USA Today: A political outlook emerging amongst artists

USA Today, Royal Academy of Arts, London (6 October to 4 November 2006)

The recent USA Today exhibition at Britain’s Royal Academy in London was a welcome sign that a political outlook is emerging amongst artists.

Much of the art on display reflected the growing revulsion with the war in Iraq, the Bush administration and deepening social inequality felt by artists and broad layers of the public. It reflects an objective process that lays the basis for a new perspective amongst artists and viewers.

The exhibition, displaying 100 new works from the Saatchi gallery, was the first chance most people in Britain would have had to see firsthand the output from some 38 artists born in the US or now working there.

Perhaps the most directly political art was that by French-born Jules De Balincourt, now living in New York, who makes use of a naïve style to draw attention to questions of imperialist power and class politics.

US World Studies II (2005) is an upside down map of the US with brightly-coloured states in all the wrong places, which bears down oppressively on a stunted world—grey and indistinct—squashed into the bottom of the picture. US World Studies III (2005) is a similar map of the US but shows the amount of money donated to the Republican party in each state by corporate benefactors such as Walmart and Tricon (KFC, Pizza Hut).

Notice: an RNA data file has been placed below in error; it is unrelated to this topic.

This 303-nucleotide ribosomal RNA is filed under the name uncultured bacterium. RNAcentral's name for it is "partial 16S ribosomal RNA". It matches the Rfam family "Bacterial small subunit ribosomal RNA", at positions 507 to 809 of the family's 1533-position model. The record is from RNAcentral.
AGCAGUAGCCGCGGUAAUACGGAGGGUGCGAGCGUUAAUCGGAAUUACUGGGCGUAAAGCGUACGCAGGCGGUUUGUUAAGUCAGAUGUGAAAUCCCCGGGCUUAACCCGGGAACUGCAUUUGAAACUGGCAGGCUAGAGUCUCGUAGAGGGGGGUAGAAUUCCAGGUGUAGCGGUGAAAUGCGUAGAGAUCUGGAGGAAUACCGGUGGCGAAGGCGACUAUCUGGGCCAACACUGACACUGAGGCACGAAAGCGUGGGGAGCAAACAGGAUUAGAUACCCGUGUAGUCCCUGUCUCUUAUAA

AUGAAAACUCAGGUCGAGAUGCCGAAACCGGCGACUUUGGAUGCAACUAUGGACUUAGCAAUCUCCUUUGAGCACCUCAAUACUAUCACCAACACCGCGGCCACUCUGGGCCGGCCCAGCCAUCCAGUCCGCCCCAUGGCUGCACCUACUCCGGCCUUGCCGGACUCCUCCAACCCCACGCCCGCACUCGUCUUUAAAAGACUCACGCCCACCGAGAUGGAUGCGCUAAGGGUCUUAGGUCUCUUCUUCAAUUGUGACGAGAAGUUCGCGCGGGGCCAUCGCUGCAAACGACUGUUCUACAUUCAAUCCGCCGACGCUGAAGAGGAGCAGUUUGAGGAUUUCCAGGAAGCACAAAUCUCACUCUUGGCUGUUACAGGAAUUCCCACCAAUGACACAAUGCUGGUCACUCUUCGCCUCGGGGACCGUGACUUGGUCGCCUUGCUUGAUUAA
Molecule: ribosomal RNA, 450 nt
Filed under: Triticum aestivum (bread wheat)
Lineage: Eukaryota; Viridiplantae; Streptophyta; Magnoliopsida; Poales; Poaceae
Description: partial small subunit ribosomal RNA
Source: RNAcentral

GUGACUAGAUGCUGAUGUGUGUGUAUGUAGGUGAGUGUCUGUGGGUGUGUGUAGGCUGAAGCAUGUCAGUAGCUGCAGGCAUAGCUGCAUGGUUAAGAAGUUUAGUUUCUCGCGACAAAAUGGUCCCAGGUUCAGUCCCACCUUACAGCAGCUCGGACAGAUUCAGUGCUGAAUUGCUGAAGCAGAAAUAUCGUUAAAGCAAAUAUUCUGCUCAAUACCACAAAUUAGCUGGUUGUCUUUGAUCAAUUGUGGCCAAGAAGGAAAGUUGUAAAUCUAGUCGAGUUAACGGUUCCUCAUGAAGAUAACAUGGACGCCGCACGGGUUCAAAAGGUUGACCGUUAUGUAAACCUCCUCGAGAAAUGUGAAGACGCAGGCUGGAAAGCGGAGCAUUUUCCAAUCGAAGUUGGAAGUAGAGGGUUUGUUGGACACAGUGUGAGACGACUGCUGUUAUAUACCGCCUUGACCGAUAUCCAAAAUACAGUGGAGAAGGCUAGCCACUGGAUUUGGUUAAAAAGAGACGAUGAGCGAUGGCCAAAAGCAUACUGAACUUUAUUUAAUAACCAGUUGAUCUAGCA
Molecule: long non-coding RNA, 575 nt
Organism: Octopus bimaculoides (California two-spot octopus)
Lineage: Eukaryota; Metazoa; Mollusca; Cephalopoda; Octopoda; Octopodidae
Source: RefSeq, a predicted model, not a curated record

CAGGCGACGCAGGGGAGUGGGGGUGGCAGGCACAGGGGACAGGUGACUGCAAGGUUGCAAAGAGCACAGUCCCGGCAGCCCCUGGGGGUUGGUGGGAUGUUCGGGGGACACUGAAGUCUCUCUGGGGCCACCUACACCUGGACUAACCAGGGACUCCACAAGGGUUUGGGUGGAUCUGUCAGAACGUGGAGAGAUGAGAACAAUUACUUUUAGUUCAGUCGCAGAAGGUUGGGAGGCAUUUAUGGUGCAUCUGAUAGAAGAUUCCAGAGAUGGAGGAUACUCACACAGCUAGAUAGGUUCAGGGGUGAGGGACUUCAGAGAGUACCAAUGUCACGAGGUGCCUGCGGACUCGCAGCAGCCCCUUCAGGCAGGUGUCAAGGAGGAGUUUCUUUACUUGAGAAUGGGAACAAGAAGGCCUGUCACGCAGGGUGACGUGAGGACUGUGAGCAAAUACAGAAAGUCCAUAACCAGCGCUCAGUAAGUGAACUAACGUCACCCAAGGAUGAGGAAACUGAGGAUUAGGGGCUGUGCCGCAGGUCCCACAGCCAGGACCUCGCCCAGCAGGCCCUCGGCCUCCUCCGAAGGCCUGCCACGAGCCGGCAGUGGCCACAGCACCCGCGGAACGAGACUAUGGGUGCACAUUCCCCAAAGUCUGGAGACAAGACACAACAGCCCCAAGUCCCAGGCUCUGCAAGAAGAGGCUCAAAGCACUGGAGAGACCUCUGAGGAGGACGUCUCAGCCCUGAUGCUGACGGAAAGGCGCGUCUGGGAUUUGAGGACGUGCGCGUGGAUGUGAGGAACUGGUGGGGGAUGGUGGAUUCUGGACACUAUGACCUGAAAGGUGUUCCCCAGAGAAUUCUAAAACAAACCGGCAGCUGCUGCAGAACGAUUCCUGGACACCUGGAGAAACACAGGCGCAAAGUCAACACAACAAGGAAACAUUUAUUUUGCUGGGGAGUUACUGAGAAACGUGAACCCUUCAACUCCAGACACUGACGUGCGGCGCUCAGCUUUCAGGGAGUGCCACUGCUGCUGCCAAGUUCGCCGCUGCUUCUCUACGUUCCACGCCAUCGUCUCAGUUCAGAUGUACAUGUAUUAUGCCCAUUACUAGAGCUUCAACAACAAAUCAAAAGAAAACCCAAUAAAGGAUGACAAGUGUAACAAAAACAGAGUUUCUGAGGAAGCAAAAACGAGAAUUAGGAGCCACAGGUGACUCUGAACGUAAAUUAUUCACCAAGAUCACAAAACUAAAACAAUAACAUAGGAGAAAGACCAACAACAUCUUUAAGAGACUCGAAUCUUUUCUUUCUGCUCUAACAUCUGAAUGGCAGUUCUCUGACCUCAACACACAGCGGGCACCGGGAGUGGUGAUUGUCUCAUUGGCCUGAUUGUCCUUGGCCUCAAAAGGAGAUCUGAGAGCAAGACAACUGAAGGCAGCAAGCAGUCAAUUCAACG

In United We Stood (2005) the words United We Stood loom out of the picture in spotlight-like lines of red, white and blue resembling the opening titles of a film, harking back to a mythical golden era when America was not so divided. In the brooding People who play and people who pay (2004) the rich and beautiful lounge idle by the poolside, oblivious to the predominantly black hotel staff working away in the glass-fronted rooms that overlook them.

Josephine Meckseper also addresses class issues in CDU-CSU (2001). In a scene reminiscent of countless fashion magazines, two wealthy Aryan looking blondes sprawl on a sofa sporting chunky gold necklaces bearing the words CDU and CSU—abbreviations for the Christian Democratic Union and Christian Social Union, Germany’s two main right wing parties. Counterposed to this ostentation, in the background, just in view, lurks a maid.

Meckseper has made a name for herself with installations addressing several aspects of fashion and consumerism including the role of art as a commodity. The RA exhibition showed her The Complete History of Postcontemporary Art (2005), a series of objects arranged in a glass cabinet like a shop window display. Fashion photos and perfume bottles sit alongside a toilet brush and sink plunger. A white rabbit, like an insatiable consumer, rotates with a sign saying “Non” on one side and “Qui” on the other unable to make its mind up. In the centre of the display is a small card bearing a “%” sign for a cut price sale item.

Meckseper often uses objects like the Palestinian scarf, an Angry Brigade book or a marijuana hemp leaf necklace (Untitled, 2005) in installations attacking middle-class radicalism, which she sees as another sort of fashion statement.

Jon Pylypchuk has one room at the RA devoted to his anti-heroic battle scene entitled Hopefully I will live through this with a little bit of dignity (2005). Small black-cotton helmeted furry animals stagger and stumble around a central mud bomb shelter, as if drunk or drugged. Many of them are bending over vomiting out a column of sick.

The Pakistan-born sculptor Huma Bhabha also describes her Untitled (2006) as a “monument to war.” Two clay hands extend forward from a prostrate praying shape which is completely hidden by a cloak of black plastic. At its rear a broken clay tail protrudes out giving the impression of a figure turned rat-like by its submission to war, religion or the other forces which appear to dominate man.